In December 2016, I found a job teaching English online to Chinese students. I applied and waited impatiently for a response. I was convinced that this was it for me. The perfect job. I had the degree. I was a writer. There was no better job.

I made it through two series of interviews without any problem. The interviewer was impressed at my background with Media and writing as well as the fact that I had driven to the office the day before to ensure I didn’t have any issues finding the place.

Unfortunately when it came time for training, the interviewer (aka the manager of the teaching center) was NOT who I needed to impress.

The day after my interview was over, I received an email with a list of items I needed to purchase because the business had a dress code. So I headed to the nearest mall and purchased formal-wear in blue, black and white (colours that the business required).

Excited about my new job, I chatted to the sales lady who seemed to share my enthusiasm especially about the fact that this was not a call center job. I confided in her that I had been so worried that I would end up in a call center because it was so tough to find jobs.

Now remember, at this stage I had only been out of college for one month but sure, I was young and naive. I didn’t know much.

I turned up to training, uncomfortable in my formal clothing and slightly nauseous. I hadn’t slept the night before and was exhausted.

And that was when I met her. The head trainer was a no-nonsense (and possibly no patience) woman. She was tough and demanding and assured us that not all of us would make it through training let alone the second day.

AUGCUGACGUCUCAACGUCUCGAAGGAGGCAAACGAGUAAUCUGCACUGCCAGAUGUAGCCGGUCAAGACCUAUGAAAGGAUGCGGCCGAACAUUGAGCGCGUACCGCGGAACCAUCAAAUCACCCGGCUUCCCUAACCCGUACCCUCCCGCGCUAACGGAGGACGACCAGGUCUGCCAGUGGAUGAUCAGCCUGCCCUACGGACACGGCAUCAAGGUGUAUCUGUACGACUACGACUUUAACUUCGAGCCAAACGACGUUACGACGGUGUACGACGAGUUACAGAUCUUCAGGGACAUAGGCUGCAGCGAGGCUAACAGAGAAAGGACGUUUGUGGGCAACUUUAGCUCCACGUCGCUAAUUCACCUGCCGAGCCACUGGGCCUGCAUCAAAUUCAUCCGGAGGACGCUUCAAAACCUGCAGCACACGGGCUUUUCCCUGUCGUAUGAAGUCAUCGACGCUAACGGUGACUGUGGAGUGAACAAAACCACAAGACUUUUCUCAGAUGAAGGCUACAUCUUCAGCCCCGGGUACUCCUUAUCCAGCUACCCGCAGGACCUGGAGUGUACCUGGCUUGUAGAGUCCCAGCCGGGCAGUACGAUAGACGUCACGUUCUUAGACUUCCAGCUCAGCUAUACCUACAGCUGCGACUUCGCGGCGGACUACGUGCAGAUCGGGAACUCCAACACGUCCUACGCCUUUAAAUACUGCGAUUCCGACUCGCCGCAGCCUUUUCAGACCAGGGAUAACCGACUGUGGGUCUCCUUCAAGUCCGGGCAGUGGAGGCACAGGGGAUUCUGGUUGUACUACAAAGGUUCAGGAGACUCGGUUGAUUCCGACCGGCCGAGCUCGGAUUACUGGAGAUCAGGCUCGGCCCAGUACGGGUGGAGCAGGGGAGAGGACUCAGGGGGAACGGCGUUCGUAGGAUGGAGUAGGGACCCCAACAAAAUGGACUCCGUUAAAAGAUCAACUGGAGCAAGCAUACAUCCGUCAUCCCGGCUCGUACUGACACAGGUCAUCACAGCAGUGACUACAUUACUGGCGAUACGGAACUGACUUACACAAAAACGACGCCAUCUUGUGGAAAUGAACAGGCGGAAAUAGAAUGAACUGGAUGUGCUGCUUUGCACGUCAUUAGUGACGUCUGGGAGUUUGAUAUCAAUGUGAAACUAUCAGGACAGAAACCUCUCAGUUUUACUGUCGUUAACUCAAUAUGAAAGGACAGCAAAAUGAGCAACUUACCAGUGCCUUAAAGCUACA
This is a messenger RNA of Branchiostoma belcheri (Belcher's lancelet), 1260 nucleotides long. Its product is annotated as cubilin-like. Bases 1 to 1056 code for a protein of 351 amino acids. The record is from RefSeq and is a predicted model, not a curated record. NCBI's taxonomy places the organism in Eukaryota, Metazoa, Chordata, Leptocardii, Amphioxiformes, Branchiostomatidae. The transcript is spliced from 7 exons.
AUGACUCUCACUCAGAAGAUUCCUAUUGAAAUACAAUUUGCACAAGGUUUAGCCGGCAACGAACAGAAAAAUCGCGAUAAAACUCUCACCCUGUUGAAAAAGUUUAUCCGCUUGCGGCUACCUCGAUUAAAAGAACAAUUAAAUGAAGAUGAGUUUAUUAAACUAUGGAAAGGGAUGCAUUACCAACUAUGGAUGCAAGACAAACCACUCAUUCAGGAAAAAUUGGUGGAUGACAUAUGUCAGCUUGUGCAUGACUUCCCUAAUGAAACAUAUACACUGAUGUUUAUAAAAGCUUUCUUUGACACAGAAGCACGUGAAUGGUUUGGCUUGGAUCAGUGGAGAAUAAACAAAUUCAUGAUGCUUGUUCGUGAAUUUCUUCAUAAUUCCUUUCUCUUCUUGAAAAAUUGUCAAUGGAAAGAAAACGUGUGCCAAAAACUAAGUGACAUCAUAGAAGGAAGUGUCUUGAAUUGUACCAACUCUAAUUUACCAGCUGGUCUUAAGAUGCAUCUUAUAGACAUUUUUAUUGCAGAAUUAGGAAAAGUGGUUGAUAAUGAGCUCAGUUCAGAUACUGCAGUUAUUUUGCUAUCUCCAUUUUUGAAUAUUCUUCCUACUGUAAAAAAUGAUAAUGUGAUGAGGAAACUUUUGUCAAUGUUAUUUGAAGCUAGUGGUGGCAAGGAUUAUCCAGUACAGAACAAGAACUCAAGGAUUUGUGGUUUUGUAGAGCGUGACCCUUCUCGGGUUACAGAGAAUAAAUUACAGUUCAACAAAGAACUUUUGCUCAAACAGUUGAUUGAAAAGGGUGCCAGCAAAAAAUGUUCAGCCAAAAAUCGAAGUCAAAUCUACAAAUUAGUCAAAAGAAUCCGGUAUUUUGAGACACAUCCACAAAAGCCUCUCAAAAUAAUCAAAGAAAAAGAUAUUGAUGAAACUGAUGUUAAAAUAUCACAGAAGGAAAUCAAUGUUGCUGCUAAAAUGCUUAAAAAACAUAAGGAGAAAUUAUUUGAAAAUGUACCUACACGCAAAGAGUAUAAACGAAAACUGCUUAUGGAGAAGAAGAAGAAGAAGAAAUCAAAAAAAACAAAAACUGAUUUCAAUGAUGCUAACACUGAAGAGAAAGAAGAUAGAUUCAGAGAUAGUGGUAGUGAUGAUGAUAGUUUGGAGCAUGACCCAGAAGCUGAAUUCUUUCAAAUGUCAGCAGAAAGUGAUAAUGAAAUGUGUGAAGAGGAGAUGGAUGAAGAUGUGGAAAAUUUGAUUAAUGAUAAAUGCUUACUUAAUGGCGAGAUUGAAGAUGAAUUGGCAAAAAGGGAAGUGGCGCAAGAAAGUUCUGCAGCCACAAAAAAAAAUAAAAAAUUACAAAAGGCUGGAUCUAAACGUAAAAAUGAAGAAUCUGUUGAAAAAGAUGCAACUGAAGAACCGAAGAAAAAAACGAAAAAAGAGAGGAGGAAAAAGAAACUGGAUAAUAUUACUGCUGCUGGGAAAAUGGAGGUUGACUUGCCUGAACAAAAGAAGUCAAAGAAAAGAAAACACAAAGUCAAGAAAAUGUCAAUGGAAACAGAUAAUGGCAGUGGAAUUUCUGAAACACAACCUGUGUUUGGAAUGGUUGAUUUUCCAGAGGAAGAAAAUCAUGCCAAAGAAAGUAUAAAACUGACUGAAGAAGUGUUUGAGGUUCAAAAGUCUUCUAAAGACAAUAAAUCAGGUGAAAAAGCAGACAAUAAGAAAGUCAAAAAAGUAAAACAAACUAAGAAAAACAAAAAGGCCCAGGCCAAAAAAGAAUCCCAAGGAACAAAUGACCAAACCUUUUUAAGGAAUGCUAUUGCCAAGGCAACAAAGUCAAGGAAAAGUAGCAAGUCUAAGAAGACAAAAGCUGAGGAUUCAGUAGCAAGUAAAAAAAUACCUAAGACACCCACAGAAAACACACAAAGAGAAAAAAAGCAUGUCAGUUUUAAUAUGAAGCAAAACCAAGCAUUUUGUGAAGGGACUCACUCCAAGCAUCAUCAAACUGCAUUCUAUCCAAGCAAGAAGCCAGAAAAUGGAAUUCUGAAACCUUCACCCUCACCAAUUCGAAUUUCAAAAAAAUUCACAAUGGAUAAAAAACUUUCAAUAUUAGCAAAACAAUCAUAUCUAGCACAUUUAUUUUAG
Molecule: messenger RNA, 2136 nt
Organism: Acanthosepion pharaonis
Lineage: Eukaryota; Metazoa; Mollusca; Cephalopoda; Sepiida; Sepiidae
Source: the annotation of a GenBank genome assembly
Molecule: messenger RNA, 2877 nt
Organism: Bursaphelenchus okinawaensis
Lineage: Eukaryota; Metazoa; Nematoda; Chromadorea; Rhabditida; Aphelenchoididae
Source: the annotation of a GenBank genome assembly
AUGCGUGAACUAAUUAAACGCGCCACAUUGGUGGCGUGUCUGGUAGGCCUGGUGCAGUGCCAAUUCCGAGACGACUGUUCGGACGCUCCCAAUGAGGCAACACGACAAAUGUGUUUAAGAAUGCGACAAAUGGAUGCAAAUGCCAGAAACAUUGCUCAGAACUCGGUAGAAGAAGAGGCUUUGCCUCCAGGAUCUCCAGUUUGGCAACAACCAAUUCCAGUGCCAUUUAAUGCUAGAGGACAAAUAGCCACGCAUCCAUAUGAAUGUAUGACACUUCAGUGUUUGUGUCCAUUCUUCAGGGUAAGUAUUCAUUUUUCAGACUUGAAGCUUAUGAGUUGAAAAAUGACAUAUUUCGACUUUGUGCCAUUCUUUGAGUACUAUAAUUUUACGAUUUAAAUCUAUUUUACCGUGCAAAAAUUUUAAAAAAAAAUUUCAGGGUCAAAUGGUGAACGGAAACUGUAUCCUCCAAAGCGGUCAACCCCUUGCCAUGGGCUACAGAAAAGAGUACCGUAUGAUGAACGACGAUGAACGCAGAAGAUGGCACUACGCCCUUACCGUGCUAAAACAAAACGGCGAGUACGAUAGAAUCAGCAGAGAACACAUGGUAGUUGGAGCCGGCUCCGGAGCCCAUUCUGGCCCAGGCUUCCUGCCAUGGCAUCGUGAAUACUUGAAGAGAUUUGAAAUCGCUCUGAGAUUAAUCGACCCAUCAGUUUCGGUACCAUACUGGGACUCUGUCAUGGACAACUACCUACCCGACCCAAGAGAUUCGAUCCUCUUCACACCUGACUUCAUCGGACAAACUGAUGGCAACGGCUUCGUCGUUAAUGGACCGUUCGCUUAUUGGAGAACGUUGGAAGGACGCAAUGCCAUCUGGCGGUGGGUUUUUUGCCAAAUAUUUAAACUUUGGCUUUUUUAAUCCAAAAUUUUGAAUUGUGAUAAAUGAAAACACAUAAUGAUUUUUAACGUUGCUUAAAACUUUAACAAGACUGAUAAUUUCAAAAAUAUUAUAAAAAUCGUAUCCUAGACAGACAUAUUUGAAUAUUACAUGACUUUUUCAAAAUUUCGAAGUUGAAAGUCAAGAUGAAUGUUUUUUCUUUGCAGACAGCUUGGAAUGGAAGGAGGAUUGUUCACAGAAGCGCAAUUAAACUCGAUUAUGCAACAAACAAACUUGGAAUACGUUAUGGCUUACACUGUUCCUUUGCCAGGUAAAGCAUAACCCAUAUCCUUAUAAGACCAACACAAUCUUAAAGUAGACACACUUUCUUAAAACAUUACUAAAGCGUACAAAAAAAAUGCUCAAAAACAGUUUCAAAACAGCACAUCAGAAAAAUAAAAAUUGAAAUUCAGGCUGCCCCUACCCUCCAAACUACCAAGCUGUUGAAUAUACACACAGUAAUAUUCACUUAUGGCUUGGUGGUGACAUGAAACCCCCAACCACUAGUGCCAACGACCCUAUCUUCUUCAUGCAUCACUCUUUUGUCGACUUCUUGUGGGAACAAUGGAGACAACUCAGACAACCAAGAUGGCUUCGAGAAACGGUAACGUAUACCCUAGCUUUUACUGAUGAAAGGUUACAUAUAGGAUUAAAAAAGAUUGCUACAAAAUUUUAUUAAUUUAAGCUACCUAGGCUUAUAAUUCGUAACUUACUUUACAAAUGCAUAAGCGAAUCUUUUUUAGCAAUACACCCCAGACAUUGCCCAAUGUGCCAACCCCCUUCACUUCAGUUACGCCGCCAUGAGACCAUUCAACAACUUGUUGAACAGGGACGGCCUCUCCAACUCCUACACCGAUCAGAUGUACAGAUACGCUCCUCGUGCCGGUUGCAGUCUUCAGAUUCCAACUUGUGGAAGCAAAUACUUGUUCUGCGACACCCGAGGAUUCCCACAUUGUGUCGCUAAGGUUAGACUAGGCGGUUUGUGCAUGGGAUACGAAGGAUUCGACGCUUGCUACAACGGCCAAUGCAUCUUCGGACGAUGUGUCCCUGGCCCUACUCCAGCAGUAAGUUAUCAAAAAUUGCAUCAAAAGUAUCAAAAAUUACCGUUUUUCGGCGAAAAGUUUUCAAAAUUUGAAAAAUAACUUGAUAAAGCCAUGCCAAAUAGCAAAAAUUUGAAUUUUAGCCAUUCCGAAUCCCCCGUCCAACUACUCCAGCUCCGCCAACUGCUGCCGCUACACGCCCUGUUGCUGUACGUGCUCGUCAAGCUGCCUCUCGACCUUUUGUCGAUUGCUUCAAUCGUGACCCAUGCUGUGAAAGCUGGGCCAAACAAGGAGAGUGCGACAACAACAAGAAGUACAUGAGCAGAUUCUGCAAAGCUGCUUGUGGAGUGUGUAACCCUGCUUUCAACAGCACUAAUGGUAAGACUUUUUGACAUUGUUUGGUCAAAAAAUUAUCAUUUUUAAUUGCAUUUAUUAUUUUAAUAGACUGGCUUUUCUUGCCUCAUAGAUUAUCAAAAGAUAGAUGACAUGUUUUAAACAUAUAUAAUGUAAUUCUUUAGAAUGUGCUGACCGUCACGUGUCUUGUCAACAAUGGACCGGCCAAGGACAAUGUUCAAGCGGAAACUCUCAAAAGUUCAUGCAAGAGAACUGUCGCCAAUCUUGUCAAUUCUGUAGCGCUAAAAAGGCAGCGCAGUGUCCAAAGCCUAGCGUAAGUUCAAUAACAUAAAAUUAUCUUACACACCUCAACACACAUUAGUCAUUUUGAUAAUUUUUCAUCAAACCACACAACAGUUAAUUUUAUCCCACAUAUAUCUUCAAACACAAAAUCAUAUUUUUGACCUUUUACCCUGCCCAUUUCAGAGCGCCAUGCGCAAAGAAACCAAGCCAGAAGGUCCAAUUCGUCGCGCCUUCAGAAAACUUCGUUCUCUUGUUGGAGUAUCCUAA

I was scared but I still felt pretty confident. Hello, girl with years of writing experience? English was practically the only talent I had.

But as they laid down rules after rules, I started to have doubts. I was about an hour into training when I phoned my mother in tears. I wasn’t sure I could handle the pressure.

Let me go over some of the rules for you: 1) You must use make-up (understandable as you’re on camera), 2) you have to use the colours required by the business, 3) you absolutely cannot take toilet breaks until it’s your designated time and 4) you cannot tell the students “no” or that they’re incorrect.

This last thing drove me crazy. When we practiced our lessons, I was marked down for things I did wrong but never given any guidance on what I could have done right. It was just “don’t do this, don’t do that”.

Looking back it was clear from the get-go that the trainers didn’t like me. It sounds petty but I remember the trainer asking me what did it mean if a girl had her a good head on her shoulders and then shouting the question back at me when I was unable to articulate my answer properly to her.

At the end of the day, they called me into the office and told me that they didn’t think the job was for me. I was too quiet, too much of an introvert. They told me to go try something else and I could come back when I had more work experience.

I was emotional. I teared up. I asked them if they needed me to complete the rest of the training (there was an hour left) or if I should leave immediately.

They assured me I could leave immediately. I thanked them for their time, said goodbye to the other trainees (who didn’t believe that I was leaving and thought I was joking), cried a bit in my car and drove myself home.

I was sad that I didn’t fit in but I knew if I had, it would have been a disaster. From what little I did see from the work environment, it looked awful.

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